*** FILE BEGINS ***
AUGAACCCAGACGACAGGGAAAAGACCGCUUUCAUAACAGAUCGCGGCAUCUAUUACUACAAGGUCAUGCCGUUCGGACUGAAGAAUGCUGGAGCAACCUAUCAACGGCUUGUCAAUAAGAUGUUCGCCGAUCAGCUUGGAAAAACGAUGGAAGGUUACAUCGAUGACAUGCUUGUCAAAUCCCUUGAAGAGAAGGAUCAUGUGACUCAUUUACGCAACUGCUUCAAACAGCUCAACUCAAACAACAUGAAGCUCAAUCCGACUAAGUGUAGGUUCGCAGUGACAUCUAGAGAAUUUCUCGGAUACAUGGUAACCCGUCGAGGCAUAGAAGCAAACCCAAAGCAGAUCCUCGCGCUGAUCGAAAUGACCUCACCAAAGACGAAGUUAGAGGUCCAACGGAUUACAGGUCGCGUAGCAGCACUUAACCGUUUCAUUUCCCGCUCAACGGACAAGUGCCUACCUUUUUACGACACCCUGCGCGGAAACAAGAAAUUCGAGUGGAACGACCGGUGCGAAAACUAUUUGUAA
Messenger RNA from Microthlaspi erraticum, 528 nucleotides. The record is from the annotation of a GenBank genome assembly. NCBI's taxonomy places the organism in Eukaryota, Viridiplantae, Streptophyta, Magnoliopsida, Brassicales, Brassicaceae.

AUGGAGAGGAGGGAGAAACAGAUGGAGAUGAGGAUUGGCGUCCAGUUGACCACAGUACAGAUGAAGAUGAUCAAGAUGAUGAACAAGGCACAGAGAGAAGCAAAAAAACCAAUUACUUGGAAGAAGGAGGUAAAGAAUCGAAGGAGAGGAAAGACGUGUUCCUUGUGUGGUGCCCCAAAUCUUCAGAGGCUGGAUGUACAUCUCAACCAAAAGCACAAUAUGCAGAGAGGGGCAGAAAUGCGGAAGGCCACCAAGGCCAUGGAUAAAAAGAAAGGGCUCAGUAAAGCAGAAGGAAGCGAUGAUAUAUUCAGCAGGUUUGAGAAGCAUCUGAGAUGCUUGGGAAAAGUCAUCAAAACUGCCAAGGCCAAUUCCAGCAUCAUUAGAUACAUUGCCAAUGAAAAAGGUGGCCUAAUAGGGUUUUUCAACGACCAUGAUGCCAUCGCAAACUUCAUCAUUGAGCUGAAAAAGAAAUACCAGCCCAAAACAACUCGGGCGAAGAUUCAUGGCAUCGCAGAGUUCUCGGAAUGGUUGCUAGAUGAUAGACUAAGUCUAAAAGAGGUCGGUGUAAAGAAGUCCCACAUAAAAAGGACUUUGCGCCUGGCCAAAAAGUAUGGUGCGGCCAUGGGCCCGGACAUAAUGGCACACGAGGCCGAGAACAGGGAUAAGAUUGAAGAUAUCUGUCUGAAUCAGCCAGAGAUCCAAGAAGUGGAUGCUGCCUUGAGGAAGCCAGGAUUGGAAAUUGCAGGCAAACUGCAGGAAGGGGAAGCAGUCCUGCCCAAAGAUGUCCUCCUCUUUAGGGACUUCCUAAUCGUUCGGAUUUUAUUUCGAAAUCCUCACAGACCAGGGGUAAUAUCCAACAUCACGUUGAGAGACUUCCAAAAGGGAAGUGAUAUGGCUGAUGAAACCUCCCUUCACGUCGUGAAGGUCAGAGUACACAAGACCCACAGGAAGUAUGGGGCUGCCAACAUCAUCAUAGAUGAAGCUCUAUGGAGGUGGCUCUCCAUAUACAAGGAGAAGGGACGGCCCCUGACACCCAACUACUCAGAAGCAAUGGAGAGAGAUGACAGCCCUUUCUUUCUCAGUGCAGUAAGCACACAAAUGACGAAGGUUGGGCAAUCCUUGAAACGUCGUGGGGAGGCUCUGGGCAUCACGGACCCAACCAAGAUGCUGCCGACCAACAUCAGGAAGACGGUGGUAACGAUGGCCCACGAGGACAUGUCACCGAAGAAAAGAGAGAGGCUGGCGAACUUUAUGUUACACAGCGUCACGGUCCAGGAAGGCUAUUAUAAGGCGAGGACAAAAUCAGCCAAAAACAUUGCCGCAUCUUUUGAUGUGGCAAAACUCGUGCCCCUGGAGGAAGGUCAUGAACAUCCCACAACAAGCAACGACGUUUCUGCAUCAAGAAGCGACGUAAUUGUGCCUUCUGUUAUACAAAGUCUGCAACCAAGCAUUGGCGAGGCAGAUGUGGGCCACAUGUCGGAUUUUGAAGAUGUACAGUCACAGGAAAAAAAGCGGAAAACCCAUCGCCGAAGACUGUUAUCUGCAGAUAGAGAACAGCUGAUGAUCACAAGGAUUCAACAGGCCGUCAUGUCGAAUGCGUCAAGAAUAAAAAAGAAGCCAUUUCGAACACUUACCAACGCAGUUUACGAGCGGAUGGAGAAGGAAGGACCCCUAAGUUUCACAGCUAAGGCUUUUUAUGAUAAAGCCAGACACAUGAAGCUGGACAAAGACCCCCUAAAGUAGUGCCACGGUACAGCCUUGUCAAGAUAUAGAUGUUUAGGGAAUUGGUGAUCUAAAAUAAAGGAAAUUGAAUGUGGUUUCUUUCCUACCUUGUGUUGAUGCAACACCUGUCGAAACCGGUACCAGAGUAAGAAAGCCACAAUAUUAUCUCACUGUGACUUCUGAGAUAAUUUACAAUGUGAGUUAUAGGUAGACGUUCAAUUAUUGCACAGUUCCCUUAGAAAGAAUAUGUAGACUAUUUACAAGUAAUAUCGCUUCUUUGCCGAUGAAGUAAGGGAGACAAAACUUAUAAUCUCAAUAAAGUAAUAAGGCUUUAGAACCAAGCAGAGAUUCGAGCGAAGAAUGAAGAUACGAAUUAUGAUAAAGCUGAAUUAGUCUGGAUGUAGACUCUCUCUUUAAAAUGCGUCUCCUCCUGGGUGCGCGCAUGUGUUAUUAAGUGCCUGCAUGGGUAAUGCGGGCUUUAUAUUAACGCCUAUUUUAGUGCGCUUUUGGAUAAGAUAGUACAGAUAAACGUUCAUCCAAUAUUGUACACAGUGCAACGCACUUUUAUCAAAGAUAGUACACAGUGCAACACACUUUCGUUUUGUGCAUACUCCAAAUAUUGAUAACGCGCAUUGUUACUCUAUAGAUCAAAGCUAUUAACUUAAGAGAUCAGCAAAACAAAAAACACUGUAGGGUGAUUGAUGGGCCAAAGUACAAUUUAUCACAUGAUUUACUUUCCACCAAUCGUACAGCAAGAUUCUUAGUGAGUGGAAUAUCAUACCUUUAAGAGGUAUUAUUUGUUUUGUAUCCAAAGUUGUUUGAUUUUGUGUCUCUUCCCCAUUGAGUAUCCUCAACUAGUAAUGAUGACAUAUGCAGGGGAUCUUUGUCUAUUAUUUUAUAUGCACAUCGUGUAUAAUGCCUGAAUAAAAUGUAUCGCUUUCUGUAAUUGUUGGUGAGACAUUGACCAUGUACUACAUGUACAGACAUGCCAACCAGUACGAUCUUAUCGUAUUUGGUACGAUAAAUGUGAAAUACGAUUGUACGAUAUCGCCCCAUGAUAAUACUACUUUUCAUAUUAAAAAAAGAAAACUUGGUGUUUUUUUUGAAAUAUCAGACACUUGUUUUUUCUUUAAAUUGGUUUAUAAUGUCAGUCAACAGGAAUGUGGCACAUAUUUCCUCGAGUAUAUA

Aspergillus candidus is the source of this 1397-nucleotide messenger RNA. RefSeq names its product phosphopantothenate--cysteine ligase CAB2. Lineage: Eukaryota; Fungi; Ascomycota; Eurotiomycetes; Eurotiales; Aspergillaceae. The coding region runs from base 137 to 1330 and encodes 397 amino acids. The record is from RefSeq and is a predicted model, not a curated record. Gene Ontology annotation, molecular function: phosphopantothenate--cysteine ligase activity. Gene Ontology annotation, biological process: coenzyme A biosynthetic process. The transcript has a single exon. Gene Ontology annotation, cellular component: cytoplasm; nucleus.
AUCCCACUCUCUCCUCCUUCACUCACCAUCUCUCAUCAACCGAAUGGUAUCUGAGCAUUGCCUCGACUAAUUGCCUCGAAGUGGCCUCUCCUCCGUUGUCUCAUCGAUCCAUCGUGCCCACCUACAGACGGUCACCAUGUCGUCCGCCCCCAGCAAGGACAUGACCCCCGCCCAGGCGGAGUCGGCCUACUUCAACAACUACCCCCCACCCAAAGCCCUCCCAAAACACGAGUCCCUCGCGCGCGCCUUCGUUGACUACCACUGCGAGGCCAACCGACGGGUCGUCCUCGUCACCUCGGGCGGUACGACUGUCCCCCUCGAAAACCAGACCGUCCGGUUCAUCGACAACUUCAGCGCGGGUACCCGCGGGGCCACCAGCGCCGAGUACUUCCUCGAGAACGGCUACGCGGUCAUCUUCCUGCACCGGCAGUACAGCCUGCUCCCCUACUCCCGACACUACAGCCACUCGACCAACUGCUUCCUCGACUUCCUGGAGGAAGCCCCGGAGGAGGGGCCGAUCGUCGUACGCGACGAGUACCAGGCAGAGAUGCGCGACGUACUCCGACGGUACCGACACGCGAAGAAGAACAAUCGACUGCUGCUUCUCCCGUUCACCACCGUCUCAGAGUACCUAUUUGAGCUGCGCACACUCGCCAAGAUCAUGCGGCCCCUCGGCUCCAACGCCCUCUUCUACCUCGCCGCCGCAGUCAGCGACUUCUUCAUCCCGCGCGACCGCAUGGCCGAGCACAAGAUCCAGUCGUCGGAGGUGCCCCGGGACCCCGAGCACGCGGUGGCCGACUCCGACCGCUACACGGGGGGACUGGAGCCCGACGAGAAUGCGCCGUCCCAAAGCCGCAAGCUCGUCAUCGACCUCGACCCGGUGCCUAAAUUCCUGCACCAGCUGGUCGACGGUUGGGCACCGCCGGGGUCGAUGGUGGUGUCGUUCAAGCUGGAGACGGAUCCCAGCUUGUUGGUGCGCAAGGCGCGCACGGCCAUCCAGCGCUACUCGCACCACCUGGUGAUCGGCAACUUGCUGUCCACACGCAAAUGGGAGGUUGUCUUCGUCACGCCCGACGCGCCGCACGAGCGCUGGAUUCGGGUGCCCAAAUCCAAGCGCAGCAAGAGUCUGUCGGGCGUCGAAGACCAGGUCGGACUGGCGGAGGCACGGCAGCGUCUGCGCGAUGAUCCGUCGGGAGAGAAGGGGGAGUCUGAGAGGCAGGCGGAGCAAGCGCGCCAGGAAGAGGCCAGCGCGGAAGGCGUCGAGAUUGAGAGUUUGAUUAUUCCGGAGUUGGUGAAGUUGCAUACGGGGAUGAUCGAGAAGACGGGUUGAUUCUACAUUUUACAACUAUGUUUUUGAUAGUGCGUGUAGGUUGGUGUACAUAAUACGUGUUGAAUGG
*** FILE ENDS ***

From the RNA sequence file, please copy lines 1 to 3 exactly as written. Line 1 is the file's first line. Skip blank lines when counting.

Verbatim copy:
AUGAACCCAGACGACAGGGAAAAGACCGCUUUCAUAACAGAUCGCGGCAUCUAUUACUACAAGGUCAUGCCGUUCGGACUGAAGAAUGCUGGAGCAACCUAUCAACGGCUUGUCAAUAAGAUGUUCGCCGAUCAGCUUGGAAAAACGAUGGAAGGUUACAUCGAUGACAUGCUUGUCAAAUCCCUUGAAGAGAAGGAUCAUGUGACUCAUUUACGCAACUGCUUCAAACAGCUCAACUCAAACAACAUGAAGCUCAAUCCGACUAAGUGUAGGUUCGCAGUGACAUCUAGAGAAUUUCUCGGAUACAUGGUAACCCGUCGAGGCAUAGAAGCAAACCCAAAGCAGAUCCUCGCGCUGAUCGAAAUGACCUCACCAAAGACGAAGUUAGAGGUCCAACGGAUUACAGGUCGCGUAGCAGCACUUAACCGUUUCAUUUCCCGCUCAACGGACAAGUGCCUACCUUUUUACGACACCCUGCGCGGAAACAAGAAAUUCGAGUGGAACGACCGGUGCGAAAACUAUUUGUAA
Messenger RNA from Microthlaspi erraticum, 528 nucleotides. The record is from the annotation of a GenBank genome assembly. NCBI's taxonomy places the organism in Eukaryota, Viridiplantae, Streptophyta, Magnoliopsida, Brassicales, Brassicaceae.

AUGGAGAGGAGGGAGAAACAGAUGGAGAUGAGGAUUGGCGUCCAGUUGACCACAGUACAGAUGAAGAUGAUCAAGAUGAUGAACAAGGCACAGAGAGAAGCAAAAAAACCAAUUACUUGGAAGAAGGAGGUAAAGAAUCGAAGGAGAGGAAAGACGUGUUCCUUGUGUGGUGCCCCAAAUCUUCAGAGGCUGGAUGUACAUCUCAACCAAAAGCACAAUAUGCAGAGAGGGGCAGAAAUGCGGAAGGCCACCAAGGCCAUGGAUAAAAAGAAAGGGCUCAGUAAAGCAGAAGGAAGCGAUGAUAUAUUCAGCAGGUUUGAGAAGCAUCUGAGAUGCUUGGGAAAAGUCAUCAAAACUGCCAAGGCCAAUUCCAGCAUCAUUAGAUACAUUGCCAAUGAAAAAGGUGGCCUAAUAGGGUUUUUCAACGACCAUGAUGCCAUCGCAAACUUCAUCAUUGAGCUGAAAAAGAAAUACCAGCCCAAAACAACUCGGGCGAAGAUUCAUGGCAUCGCAGAGUUCUCGGAAUGGUUGCUAGAUGAUAGACUAAGUCUAAAAGAGGUCGGUGUAAAGAAGUCCCACAUAAAAAGGACUUUGCGCCUGGCCAAAAAGUAUGGUGCGGCCAUGGGCCCGGACAUAAUGGCACACGAGGCCGAGAACAGGGAUAAGAUUGAAGAUAUCUGUCUGAAUCAGCCAGAGAUCCAAGAAGUGGAUGCUGCCUUGAGGAAGCCAGGAUUGGAAAUUGCAGGCAAACUGCAGGAAGGGGAAGCAGUCCUGCCCAAAGAUGUCCUCCUCUUUAGGGACUUCCUAAUCGUUCGGAUUUUAUUUCGAAAUCCUCACAGACCAGGGGUAAUAUCCAACAUCACGUUGAGAGACUUCCAAAAGGGAAGUGAUAUGGCUGAUGAAACCUCCCUUCACGUCGUGAAGGUCAGAGUACACAAGACCCACAGGAAGUAUGGGGCUGCCAACAUCAUCAUAGAUGAAGCUCUAUGGAGGUGGCUCUCCAUAUACAAGGAGAAGGGACGGCCCCUGACACCCAACUACUCAGAAGCAAUGGAGAGAGAUGACAGCCCUUUCUUUCUCAGUGCAGUAAGCACACAAAUGACGAAGGUUGGGCAAUCCUUGAAACGUCGUGGGGAGGCUCUGGGCAUCACGGACCCAACCAAGAUGCUGCCGACCAACAUCAGGAAGACGGUGGUAACGAUGGCCCACGAGGACAUGUCACCGAAGAAAAGAGAGAGGCUGGCGAACUUUAUGUUACACAGCGUCACGGUCCAGGAAGGCUAUUAUAAGGCGAGGACAAAAUCAGCCAAAAACAUUGCCGCAUCUUUUGAUGUGGCAAAACUCGUGCCCCUGGAGGAAGGUCAUGAACAUCCCACAACAAGCAACGACGUUUCUGCAUCAAGAAGCGACGUAAUUGUGCCUUCUGUUAUACAAAGUCUGCAACCAAGCAUUGGCGAGGCAGAUGUGGGCCACAUGUCGGAUUUUGAAGAUGUACAGUCACAGGAAAAAAAGCGGAAAACCCAUCGCCGAAGACUGUUAUCUGCAGAUAGAGAACAGCUGAUGAUCACAAGGAUUCAACAGGCCGUCAUGUCGAAUGCGUCAAGAAUAAAAAAGAAGCCAUUUCGAACACUUACCAACGCAGUUUACGAGCGGAUGGAGAAGGAAGGACCCCUAAGUUUCACAGCUAAGGCUUUUUAUGAUAAAGCCAGACACAUGAAGCUGGACAAAGACCCCCUAAAGUAGUGCCACGGUACAGCCUUGUCAAGAUAUAGAUGUUUAGGGAAUUGGUGAUCUAAAAUAAAGGAAAUUGAAUGUGGUUUCUUUCCUACCUUGUGUUGAUGCAACACCUGUCGAAACCGGUACCAGAGUAAGAAAGCCACAAUAUUAUCUCACUGUGACUUCUGAGAUAAUUUACAAUGUGAGUUAUAGGUAGACGUUCAAUUAUUGCACAGUUCCCUUAGAAAGAAUAUGUAGACUAUUUACAAGUAAUAUCGCUUCUUUGCCGAUGAAGUAAGGGAGACAAAACUUAUAAUCUCAAUAAAGUAAUAAGGCUUUAGAACCAAGCAGAGAUUCGAGCGAAGAAUGAAGAUACGAAUUAUGAUAAAGCUGAAUUAGUCUGGAUGUAGACUCUCUCUUUAAAAUGCGUCUCCUCCUGGGUGCGCGCAUGUGUUAUUAAGUGCCUGCAUGGGUAAUGCGGGCUUUAUAUUAACGCCUAUUUUAGUGCGCUUUUGGAUAAGAUAGUACAGAUAAACGUUCAUCCAAUAUUGUACACAGUGCAACGCACUUUUAUCAAAGAUAGUACACAGUGCAACACACUUUCGUUUUGUGCAUACUCCAAAUAUUGAUAACGCGCAUUGUUACUCUAUAGAUCAAAGCUAUUAACUUAAGAGAUCAGCAAAACAAAAAACACUGUAGGGUGAUUGAUGGGCCAAAGUACAAUUUAUCACAUGAUUUACUUUCCACCAAUCGUACAGCAAGAUUCUUAGUGAGUGGAAUAUCAUACCUUUAAGAGGUAUUAUUUGUUUUGUAUCCAAAGUUGUUUGAUUUUGUGUCUCUUCCCCAUUGAGUAUCCUCAACUAGUAAUGAUGACAUAUGCAGGGGAUCUUUGUCUAUUAUUUUAUAUGCACAUCGUGUAUAAUGCCUGAAUAAAAUGUAUCGCUUUCUGUAAUUGUUGGUGAGACAUUGACCAUGUACUACAUGUACAGACAUGCCAACCAGUACGAUCUUAUCGUAUUUGGUACGAUAAAUGUGAAAUACGAUUGUACGAUAUCGCCCCAUGAUAAUACUACUUUUCAUAUUAAAAAAAGAAAACUUGGUGUUUUUUUUGAAAUAUCAGACACUUGUUUUUUCUUUAAAUUGGUUUAUAAUGUCAGUCAACAGGAAUGUGGCACAUAUUUCCUCGAGUAUAUA